Bath is a beautiful city and a UNESCO World Heritage site. Many of the places Jane Austen visited are still there and remain largely unchanged – The Royal Crescent, The Circus, Queen Square, Milsom Street, Pulteney Bridge, the Upper Assembly Rooms, the Pump Rooms, the Guildhall, and Sydney Gardens, to name but a few. And it is still possible to retrace her footsteps and imagine the City she depicts in her novels. But it’s also worth imagining what life was really like for a country girl of limited means in a bustling city, where appearance was everything.

Much of this piece was first hosted at the “Jane Austen’s World” Website on September 8th 2012.

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Like our own era, the Victorian age was a time of great change. For some it was an age of  prosperity, for others it was an age of desperation. This was the first age of consumerism and the Industrial Revolution was in many ways the forerunner of our own Technological Revolution. New discoveries and inventions revolutionised manufacturing processes. Railways and steamships made travel faster and cheaper, rapidly shrinking the world. Mass production and increased international trade made more and more products available and affordable for those who could pay.  And with the growth in industry and trade, the middle classes grew in number and wealth, and wanted to buy as much as possible of what was on offer.

These first lines from “A Tale of Two Cities” by Charles Dickens are certainly amongst the best openings to a novel ever written. But not only do they set the tone and atmosphere of the book and give a flavour of what is to come, they also capture a taste of the challenges and uncertainties of the Victorian era.

It was the best of times, it was the worst of times, it was the age of wisdom, it was the age of foolishness, it was the epoch of belief, it was the epoch of incredulity, it was the season of Light, it was the season of Darkness, it was the spring of hope, it was the winter of despair, we had everything before us, we had nothing before us, we were all going direct to Heaven, we were all going direct the other way…”

While the Wealthy and the new Middle Classes prospered in the Victorian era, the Working Class did not.  Work, whether in factories, sweat-shops and mines was invariably dirty and dangerous; hours were long and poorly paid. Children had to work, in order for families to survive, and working conditions were often worse for children than they were for their parents. Towns and cities grew quickly to house the workers, but much of the housing was poor quality and overcrowded. Vast slum areas sprung up, putting pressures on water supplies and the disposal of waste. Coal fires and factories filled the air with smoke and other pollutants. The reaction to living conditions and the gap between the haves and have-nots generated rebellion  in many parts of Europe, as people fought for basic human rights in bloody revolutions. In Britain any signs of revolution were ruthlessly suppressed.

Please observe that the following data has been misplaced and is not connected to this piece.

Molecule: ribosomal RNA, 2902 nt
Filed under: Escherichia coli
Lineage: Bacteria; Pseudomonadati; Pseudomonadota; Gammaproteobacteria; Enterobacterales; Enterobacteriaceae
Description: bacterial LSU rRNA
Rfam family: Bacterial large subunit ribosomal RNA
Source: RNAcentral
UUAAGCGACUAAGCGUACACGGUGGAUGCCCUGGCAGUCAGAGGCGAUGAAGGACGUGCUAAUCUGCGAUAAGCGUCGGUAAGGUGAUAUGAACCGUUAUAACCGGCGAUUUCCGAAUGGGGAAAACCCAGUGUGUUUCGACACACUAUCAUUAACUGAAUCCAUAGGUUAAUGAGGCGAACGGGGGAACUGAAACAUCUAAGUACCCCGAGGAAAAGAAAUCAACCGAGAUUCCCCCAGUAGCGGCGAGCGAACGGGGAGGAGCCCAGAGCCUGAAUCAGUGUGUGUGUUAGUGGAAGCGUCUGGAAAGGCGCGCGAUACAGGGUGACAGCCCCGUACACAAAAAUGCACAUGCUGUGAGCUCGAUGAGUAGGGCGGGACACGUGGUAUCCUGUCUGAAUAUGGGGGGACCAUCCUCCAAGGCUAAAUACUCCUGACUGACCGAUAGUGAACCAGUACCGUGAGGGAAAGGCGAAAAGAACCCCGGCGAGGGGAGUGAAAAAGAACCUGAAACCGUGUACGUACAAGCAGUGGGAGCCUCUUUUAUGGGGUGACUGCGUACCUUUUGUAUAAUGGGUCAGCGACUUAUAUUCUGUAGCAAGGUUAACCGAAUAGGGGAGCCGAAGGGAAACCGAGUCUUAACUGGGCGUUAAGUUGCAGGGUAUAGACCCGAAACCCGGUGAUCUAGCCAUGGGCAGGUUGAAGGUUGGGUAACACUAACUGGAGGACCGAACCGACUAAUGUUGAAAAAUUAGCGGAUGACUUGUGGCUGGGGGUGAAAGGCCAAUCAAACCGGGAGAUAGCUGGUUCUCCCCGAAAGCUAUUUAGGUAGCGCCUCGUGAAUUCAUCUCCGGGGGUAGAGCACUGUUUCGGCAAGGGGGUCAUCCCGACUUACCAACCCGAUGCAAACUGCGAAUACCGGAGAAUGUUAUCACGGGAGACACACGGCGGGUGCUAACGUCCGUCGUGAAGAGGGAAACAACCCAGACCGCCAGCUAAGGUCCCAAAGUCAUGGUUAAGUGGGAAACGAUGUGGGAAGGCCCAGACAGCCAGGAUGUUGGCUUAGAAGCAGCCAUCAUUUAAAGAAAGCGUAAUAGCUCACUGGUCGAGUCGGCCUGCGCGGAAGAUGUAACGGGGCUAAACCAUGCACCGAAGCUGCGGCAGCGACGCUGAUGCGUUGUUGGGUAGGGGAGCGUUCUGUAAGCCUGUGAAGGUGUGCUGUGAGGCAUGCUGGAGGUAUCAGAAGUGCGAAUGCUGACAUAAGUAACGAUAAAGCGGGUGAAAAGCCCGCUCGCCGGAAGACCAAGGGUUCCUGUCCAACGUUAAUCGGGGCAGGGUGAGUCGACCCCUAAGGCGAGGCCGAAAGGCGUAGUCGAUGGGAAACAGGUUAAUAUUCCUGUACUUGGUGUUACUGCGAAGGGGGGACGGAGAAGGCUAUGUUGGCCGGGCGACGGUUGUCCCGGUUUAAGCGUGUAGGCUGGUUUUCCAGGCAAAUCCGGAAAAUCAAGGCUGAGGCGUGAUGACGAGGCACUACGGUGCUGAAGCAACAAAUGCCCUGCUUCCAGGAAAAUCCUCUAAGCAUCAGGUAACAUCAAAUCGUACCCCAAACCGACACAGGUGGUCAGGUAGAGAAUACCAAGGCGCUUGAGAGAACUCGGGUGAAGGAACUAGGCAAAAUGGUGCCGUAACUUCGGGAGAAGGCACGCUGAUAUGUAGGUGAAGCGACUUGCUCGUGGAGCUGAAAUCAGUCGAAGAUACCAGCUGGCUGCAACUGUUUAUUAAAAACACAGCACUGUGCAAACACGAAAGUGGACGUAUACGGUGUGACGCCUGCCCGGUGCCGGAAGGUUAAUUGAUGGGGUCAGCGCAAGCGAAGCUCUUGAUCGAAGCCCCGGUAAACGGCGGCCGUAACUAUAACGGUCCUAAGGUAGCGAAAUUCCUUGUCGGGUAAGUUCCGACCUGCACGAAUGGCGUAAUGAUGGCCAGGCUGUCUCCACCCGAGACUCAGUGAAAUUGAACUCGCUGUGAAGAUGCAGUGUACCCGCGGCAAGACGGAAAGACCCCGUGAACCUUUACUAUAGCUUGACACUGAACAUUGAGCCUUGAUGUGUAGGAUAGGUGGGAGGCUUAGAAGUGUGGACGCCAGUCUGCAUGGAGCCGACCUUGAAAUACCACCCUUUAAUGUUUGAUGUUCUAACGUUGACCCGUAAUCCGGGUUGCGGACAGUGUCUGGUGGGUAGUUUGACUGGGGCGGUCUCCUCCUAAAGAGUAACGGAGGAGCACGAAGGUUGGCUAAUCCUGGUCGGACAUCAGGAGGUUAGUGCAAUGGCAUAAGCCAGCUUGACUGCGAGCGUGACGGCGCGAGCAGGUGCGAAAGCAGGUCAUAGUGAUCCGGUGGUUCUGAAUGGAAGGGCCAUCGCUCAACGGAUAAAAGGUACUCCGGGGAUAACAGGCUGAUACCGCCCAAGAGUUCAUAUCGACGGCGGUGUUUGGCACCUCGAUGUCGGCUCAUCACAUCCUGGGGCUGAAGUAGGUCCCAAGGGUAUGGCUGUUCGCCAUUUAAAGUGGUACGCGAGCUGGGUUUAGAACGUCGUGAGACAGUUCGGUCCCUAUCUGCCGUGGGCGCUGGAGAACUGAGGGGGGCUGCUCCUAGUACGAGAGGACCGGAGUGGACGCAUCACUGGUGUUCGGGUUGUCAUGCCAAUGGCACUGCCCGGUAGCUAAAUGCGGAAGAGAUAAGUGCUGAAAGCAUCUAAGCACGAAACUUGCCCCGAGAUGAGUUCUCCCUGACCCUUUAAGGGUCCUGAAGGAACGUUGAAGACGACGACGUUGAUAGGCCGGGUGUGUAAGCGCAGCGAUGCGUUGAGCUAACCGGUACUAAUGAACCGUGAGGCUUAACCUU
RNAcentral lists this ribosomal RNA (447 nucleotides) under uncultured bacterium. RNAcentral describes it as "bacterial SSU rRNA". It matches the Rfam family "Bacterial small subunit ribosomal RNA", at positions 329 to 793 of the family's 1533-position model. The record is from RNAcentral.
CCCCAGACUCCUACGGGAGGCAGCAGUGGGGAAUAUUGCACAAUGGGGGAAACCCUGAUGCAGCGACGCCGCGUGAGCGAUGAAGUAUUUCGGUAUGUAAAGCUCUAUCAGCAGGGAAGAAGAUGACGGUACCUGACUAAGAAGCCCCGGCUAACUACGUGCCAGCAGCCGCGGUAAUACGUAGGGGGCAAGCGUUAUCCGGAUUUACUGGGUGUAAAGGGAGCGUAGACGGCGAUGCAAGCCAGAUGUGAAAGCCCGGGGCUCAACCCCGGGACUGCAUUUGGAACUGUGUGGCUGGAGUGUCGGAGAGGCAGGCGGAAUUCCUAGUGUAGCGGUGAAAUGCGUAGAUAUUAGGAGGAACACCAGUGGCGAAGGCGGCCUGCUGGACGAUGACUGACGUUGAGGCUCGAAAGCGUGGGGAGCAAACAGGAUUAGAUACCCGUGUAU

Drunkenness was common amongst the working poor, as alcohol was one of the few affordable escapes from hard lives. It was seen by the better off as a reason for poverty, rather than a symptom. Meanwhile opium and a range of other drugs were used by brewers to strengthen beer while keeping down costs. Drugs were also readily available in Victorian times for the better-off. Sir Arthur Conan Doyle’s fictional detective, Sherlock Holmes injects cocaine when there are no stimulating cases to occupy his mind, much to the disapproval of Dr Watson. Opium dens also feature in Dickens’ “The Mystery of Edwin Drood” and Oscar Wilde’s “The Picture of Dorian Gray.” Yet the real drugs “problem” in Victorian times was not with the illicit drugs that were largely frowned upon, but the propriety medicines that were consumed in great quantities, but little spoken of. Numerous popular household remedies and tonics contained substantial amounts of opium and yet could be bought over the counter. These included “Dr Collis Browne’s Chlorodyne” a general nerve tonic, “Dover’s Powder” used to treat a wide variety of common complaints and “Godfrey’s Cordial” which was commonly given to children and infants to “help” them sleep – and of course the ever popular, “laudanum.”